That QoS approach is to some extent predicated on an idea that network capacity is very limited and that links are often highly utilized. But in today's Internet, it is increasingly the case that there is an abundance of capacity to end users (e.g., symmetric 1 Gbps), which makes such traditional QoS approaches ineffective in delivering ever-lower latency. This new low latency networking approach is not based on hierarchical QoS prioritization. Rather, it is built upon conditional priority scheduling between its two queues that operate at best effort QoS priority.

4. Network Neutrality and Low Latency Networking

Network Neutrality (a.k.a. Net Neutrality, and NN hereafter) is a concept that can mean a variety of things within a country, as well as between different countries, based on different opinions, market structures, business practices, laws, and regulations. Generally speaking, NN means that Internet Service Providers (ISPs) should not limit user choice or affect competition between application providers. In the context of the United States' marketplace, it has come to mean that ISPs should not block, throttle, or deprioritize lawful application traffic, and should not engage in paid prioritization, among other things. The meaning of NN can be complex and ever changing, so the specific details are out of scope for this document. Despite that, NN concerns certainly bear on the deployment of new technologies by ISPs in many countries and so should be taken into account in making deployment design decisions.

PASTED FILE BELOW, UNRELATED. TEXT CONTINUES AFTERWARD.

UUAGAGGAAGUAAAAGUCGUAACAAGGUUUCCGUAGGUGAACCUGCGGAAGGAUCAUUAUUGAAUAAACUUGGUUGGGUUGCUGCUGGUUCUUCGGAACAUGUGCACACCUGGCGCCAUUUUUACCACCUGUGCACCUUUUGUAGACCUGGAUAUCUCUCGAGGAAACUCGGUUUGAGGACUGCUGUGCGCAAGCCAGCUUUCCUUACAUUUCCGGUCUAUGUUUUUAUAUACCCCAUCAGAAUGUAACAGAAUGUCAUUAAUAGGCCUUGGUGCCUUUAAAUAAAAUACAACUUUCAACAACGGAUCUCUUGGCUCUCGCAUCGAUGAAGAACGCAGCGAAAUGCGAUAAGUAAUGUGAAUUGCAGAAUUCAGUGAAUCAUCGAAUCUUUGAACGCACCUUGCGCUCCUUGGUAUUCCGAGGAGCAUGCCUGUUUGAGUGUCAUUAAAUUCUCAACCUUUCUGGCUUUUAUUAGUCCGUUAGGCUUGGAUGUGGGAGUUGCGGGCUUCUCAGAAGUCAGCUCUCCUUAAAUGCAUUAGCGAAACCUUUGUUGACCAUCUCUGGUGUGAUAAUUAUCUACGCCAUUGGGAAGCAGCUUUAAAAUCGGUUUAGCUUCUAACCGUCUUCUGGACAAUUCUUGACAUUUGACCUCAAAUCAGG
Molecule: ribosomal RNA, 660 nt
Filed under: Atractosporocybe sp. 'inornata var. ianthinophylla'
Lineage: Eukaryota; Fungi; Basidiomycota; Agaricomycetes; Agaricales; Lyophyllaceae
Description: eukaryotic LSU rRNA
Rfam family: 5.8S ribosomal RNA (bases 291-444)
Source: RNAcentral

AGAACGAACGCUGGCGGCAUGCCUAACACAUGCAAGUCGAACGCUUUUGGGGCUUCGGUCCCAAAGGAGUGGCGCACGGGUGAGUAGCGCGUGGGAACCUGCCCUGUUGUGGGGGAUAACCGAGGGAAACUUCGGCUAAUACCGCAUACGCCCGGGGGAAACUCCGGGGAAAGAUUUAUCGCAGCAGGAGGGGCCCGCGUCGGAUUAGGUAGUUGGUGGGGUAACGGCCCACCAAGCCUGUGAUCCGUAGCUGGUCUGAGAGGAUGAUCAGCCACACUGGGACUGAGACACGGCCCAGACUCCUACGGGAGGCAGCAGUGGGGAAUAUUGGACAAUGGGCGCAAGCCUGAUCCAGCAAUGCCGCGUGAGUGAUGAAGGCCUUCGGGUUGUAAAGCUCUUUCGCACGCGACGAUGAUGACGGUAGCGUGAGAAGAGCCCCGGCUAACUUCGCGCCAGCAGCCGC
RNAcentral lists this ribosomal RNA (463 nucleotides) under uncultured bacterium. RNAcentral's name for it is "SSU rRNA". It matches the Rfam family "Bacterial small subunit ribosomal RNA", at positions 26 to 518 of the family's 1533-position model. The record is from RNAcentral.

It is also possible that there can be confusion - for people who are not deep in this highly technical subject - between prioritization, provisioned end user capacity (throughput or bandwidth), and low latency networking. As it is envisioned in the design of the protocols, the addition of a low latency packet processing queue at a network link is merely a second packet queue and does not mean that this queue is hierarchically prioritized or that it has more capacity. Thus, a low latency queue does not create a so-called "fast lane" (in the way that this term is used in policy-related discussions in the U.S. to describe higher than best effort priority or greater capacity being assigned to some traffic compared to default traffic) - but there are certainly other NN considerations in the operational implementation worth exploring.

In short: implemented right, low latency networking is fully-aligned with net neutrality and has no impact on user choice and competition.

The principles below describe guidelines for a user-centric, application-agnostic, and monetizable implementation of low latency networking that is aligned with NN frameworks and interpretations, at least in the U.S. and Europe.

4.1. Application-Agnostic Low Latency Networking